Doctors urge vaccination as 'killer' virus looms
Doctors are worried a killer flu that led to the death of 64 children in the United States will hit New Zealand's shores this winter.
Waikato DHB medical officer of health Dr Felicity Dumble said she was concerned about the deadly serious virus hitting at any stage, despite the warm weather sticking around.
"The timing of New Zealand's influenza season is unpredictable but we may see the disease arriving earlier than usual as has happened in the northern hemisphere," she said.
US numbers showed that people 65 and over accounted for more than half of all reported influenza-associated hospitalisations - the highest number since records began in 2005. The next highest group were children under four years old.
But although elderly and very young patients were particularly vulnerable, Dr Dumble said that everyone should be taking steps to prevent themselves from catching the virus. "No matter how fit and healthy you are, we are all at risk of catching this disease," said Dr Dumble. "Influenza vaccination is the best way to reduce your risk of catching this disease and lessen symptoms and complications if you do."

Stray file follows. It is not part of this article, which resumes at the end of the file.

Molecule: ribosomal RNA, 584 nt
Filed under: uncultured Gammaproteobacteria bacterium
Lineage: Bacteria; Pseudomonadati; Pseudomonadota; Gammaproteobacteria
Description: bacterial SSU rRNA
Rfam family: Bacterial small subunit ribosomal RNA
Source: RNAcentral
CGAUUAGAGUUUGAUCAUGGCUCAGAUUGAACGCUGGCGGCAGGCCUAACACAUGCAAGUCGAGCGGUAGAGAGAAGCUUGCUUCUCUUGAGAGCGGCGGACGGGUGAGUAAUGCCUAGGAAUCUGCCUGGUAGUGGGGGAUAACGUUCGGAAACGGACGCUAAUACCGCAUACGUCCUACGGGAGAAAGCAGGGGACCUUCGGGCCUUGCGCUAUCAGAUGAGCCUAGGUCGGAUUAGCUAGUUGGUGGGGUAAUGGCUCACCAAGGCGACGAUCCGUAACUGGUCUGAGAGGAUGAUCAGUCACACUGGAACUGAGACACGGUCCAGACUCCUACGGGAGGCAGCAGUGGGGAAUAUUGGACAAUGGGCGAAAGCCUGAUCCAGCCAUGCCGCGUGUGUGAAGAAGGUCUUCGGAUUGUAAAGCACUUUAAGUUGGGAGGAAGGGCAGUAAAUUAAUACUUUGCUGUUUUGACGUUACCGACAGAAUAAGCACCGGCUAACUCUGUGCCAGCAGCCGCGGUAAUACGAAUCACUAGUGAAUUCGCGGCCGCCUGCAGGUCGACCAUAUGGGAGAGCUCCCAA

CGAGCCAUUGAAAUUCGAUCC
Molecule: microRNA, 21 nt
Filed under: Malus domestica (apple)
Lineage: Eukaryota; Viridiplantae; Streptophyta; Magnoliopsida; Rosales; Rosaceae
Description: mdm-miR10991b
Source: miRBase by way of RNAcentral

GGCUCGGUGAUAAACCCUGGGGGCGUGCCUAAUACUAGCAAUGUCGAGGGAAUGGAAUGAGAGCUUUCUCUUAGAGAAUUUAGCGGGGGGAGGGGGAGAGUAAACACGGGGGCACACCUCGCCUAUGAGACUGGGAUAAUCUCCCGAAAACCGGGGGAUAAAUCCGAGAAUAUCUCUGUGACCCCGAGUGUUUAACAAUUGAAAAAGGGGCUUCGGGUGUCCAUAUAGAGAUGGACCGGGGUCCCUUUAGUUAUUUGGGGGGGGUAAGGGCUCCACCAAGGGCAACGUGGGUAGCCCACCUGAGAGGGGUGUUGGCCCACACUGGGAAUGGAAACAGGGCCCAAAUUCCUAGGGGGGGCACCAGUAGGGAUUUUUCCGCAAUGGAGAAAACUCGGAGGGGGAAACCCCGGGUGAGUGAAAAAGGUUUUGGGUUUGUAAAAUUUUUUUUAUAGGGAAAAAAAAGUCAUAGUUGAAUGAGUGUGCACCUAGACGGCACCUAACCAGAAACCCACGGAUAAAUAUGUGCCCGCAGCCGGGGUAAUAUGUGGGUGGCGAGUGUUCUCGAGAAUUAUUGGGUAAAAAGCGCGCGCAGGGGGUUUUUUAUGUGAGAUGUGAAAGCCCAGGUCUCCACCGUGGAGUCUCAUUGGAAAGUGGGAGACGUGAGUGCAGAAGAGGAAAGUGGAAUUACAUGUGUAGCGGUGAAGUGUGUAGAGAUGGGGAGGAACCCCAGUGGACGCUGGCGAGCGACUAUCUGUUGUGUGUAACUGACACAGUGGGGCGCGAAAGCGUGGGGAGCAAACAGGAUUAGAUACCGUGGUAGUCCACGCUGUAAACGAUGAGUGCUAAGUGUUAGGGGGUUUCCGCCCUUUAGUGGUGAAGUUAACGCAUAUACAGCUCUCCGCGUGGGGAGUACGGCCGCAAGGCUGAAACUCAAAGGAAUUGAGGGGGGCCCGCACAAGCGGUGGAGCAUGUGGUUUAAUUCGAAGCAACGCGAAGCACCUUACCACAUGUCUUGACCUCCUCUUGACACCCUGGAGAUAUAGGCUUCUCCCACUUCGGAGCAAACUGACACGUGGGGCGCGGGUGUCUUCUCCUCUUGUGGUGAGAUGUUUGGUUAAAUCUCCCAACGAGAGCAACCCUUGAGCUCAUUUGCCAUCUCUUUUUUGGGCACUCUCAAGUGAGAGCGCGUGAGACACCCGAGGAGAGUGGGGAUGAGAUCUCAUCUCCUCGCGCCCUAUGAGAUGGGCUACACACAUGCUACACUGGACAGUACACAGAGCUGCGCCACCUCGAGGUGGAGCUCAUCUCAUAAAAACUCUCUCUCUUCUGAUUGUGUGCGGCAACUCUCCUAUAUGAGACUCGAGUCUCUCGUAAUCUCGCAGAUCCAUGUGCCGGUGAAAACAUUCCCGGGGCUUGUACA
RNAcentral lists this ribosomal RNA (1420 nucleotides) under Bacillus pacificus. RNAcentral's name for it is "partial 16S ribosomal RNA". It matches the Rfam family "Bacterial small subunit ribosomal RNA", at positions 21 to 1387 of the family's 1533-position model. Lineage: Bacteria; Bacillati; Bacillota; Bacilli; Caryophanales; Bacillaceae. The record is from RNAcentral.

The 2013 vaccine arrived in GP surgeries across New Zealand this week and immunisation is free from a GP or nurse for New Zealanders at high risk of complications - pregnant women, people aged 65 and over, and for people of any age with long-term health conditions.
"It takes two weeks to develop immunity following vaccination so being vaccinated before the season starts will gain you the most benefit," Dr Dumble said. Along with the fear of a deadly flu, Waikato is seeing increasing cases of pertussis (whooping cough).
The latest Public Health Bulletin shows Waikato had 63 reported cases in February, up 41 on the same month last year with 124 since July 1 last year.
"We had the second-highest notification rate in New Zealand last month.
"We encourage pregnant women to ask their doctor about the free pertussis vaccine when receiving their influenza vaccine. Both vaccines are recommended and funded for pregnant women, as the viruses cause high risk to mother and baby and are circulating at epidemic levels."